Britain's Prime Minister David Cameron advocated military intervention from the air, but he then suffering the acute embarrassment of a decisive rejection by the House of Commons.
U.S. President Barack Obama likewise stated a determination to intervene with air strikes. Yet his appeal to the U.S. Congress for support was cleverly interrupted by Russian President Vladimir Putin's surprising proposal to get Syria's Bashar al-Assad to destroy his chemical weapons.
On the surface Putin's counter-intervention got America, Britain and the West off the hook in Syria. But what about consequences—simple cause and effect?
The Economist's lead editorial put forward an excellent analysis in late September, stating: "But this week, a decade after the invasion of Iraq, it suddenly became clear just how far the influence of the West has ebbed. The pity is how few Americans and Europeans seem to care about that" ("America, Russia and Syria: The Weakened West," Sept. 21, 2013).
As Edward Luce expressed it in the Financial Times in another context: "Credibility matters. It may be hard to pin down, but you know when it is leaking" ("Washington's Rolling Seizures Short-Circuit US Soft Power," Oct. 6). This remains a critical long-term trend that we cannot afford to ignore.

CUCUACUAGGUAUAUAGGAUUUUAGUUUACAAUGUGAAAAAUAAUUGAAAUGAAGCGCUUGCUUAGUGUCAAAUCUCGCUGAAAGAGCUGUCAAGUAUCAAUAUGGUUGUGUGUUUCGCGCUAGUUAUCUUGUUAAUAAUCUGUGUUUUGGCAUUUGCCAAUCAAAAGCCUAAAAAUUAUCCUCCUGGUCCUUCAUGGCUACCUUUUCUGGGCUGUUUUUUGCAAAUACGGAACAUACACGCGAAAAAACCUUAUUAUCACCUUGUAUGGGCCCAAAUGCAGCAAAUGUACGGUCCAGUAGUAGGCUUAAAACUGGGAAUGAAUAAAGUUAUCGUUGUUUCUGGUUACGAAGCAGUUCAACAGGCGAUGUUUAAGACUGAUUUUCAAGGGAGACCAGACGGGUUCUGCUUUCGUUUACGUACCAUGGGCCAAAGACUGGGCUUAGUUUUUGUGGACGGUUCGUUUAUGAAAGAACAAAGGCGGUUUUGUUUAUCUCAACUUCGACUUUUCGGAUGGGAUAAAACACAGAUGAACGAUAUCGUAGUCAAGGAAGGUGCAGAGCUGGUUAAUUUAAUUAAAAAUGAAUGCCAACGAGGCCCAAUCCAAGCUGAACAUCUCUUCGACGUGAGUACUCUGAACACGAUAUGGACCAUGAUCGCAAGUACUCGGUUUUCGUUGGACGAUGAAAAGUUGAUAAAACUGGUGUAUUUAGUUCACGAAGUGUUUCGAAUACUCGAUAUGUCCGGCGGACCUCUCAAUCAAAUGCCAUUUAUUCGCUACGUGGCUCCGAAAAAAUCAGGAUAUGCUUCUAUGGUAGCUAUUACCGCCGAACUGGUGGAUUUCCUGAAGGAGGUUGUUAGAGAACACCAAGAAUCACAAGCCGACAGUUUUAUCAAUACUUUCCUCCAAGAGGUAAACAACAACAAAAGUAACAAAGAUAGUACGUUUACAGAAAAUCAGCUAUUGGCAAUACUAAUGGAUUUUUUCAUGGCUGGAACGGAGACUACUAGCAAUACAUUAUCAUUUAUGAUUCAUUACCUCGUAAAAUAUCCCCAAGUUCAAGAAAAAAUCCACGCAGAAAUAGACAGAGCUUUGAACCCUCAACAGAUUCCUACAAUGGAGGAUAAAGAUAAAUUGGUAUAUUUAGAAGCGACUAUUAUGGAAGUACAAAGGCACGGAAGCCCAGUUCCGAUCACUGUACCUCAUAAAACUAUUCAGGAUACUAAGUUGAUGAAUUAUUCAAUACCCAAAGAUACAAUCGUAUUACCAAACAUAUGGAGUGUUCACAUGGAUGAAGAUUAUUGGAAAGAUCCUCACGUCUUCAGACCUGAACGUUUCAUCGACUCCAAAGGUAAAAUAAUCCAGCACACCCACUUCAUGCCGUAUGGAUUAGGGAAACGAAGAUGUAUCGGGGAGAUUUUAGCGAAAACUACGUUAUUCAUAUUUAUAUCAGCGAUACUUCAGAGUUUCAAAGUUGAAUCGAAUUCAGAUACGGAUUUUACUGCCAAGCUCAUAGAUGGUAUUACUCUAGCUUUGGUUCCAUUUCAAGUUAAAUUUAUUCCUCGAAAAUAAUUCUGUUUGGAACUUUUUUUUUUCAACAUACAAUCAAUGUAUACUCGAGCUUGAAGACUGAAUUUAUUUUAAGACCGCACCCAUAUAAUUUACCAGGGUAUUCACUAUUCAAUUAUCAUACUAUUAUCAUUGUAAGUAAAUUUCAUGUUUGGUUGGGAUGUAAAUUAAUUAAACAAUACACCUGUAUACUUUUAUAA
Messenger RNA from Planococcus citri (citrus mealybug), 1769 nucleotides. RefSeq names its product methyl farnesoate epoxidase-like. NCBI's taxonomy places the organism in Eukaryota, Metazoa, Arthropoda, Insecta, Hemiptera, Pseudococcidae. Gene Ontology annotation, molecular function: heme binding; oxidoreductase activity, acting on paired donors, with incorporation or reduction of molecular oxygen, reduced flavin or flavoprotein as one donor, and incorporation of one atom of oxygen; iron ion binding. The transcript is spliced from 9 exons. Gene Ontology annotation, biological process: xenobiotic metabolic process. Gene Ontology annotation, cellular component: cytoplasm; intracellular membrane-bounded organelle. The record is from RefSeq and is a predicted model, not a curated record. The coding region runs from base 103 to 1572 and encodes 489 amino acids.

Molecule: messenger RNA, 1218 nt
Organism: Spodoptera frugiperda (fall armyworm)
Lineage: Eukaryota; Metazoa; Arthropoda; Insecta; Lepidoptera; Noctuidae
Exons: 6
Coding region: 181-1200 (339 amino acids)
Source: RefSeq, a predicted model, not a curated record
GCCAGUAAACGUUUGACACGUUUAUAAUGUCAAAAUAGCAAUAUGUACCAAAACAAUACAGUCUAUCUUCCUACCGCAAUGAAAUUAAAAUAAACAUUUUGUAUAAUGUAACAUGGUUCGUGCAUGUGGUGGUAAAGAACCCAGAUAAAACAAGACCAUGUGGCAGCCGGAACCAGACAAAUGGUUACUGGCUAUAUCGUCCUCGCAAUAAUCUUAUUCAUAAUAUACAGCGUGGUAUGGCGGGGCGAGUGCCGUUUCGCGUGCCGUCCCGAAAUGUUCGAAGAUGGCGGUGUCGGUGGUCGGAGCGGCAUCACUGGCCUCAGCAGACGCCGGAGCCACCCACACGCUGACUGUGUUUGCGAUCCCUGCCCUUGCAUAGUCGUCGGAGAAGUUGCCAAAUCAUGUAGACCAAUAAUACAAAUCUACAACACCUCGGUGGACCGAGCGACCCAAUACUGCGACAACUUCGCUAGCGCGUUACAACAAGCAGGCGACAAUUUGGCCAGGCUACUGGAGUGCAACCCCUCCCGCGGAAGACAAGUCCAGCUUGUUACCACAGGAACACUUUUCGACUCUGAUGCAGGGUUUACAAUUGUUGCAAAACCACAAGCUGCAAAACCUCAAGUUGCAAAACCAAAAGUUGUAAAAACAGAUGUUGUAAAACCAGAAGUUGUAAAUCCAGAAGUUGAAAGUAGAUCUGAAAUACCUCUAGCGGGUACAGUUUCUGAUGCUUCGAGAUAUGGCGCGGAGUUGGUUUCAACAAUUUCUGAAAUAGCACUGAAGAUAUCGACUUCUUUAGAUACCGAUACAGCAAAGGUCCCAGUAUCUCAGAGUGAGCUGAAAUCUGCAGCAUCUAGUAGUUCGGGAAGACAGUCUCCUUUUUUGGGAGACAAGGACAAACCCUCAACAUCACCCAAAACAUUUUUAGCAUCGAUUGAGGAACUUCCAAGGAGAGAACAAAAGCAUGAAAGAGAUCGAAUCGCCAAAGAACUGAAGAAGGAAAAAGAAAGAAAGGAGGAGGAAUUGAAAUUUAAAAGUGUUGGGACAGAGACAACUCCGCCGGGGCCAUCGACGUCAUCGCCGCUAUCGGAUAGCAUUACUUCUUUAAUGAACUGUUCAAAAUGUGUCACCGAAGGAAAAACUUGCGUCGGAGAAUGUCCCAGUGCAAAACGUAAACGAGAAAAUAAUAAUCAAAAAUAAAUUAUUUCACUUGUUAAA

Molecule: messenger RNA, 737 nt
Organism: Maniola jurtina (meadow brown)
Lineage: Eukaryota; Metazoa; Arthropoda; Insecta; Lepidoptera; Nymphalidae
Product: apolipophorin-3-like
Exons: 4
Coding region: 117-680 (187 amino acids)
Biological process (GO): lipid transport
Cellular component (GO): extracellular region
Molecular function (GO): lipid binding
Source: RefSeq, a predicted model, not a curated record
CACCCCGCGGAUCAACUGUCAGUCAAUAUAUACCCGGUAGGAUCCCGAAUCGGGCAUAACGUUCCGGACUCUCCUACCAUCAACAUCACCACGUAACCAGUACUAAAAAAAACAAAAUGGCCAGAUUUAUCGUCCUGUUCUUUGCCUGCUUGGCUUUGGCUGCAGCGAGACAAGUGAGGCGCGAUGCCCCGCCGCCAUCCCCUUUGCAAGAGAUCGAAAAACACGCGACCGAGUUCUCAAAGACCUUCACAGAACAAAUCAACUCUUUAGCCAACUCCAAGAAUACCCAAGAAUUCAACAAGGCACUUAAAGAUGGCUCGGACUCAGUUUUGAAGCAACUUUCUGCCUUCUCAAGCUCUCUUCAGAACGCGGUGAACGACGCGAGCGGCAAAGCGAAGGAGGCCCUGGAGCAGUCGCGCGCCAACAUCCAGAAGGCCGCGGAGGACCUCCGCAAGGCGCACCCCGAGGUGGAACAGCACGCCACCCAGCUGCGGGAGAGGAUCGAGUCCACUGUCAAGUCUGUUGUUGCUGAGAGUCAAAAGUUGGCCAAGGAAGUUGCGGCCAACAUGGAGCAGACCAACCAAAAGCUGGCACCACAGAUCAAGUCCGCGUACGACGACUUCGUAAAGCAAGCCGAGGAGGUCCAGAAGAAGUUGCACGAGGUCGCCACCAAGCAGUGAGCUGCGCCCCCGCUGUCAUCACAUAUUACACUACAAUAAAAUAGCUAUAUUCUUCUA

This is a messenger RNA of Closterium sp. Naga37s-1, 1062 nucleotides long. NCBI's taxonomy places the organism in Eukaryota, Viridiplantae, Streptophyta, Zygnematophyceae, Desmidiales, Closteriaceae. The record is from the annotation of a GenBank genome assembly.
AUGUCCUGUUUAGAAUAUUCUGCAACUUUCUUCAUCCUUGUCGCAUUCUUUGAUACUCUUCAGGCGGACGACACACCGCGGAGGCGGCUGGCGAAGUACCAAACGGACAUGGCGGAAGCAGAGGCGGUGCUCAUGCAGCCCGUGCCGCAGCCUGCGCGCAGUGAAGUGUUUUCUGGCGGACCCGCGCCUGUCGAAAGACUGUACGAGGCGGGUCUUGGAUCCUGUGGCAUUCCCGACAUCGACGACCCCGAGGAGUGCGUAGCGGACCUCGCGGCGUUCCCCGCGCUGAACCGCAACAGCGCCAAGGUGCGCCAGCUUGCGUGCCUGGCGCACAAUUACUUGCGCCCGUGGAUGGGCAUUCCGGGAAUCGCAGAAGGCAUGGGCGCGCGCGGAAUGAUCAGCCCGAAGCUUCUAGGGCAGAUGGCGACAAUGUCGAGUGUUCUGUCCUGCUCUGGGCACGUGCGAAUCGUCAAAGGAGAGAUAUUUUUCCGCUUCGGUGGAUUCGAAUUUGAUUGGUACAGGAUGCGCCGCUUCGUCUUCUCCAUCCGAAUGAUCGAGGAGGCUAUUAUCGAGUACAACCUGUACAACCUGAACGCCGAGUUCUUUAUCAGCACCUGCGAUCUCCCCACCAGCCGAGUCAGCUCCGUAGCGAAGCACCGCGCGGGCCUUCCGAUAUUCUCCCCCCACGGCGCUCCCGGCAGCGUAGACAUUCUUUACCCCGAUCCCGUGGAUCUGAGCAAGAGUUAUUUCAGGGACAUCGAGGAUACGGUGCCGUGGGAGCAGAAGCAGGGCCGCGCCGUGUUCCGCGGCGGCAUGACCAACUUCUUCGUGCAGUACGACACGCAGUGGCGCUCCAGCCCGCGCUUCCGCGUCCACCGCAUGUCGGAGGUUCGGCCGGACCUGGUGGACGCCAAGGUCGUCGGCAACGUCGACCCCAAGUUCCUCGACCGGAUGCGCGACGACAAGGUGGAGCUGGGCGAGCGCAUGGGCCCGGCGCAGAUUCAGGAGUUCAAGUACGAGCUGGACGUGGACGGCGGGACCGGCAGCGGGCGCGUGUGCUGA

The Economist'sinsightful analysis continues: "Yet the deal looks good only because the mess Mr Obama had got himself into was so bad. Step back, and the outcome looks rotten. For a start, the deal itself is flimsy because it will be so hard to enforce ... It is hard to impose disarmament during a civil war. As time drags on, Mr Assad is likely to frustrate the process—both to keep some chemical weapons and to be seen to defy America. America's credibility as an ally has been undermined."
Notice this newsweekly's overall assessment of the dark consequences: "Now every tyrant knows that a red line set by the leader of the free world is really just a threat to ask legislators how they feel about enforcing it. Dictators will be freer to maim and murder their own people, proliferators like North Korea less scared to proceed with spreading WMD, China and Russia ever more content to test their muscles in a vacuum left by the West."
How do these trends fulfill Bible prophecy? They simply underscore the obvious moral decline already severely afflicting America and Britain—foretold in the pages of the Bible.
No other Bible study aid booklet that we publish expresses these tragic consequences better than The United States and Britain in Bible Prophecy. Thankfully this Bible study aid also shows that everything will come right when Jesus Christ returns to rule the world, bringing us God's way of life. (Source: The Economist.)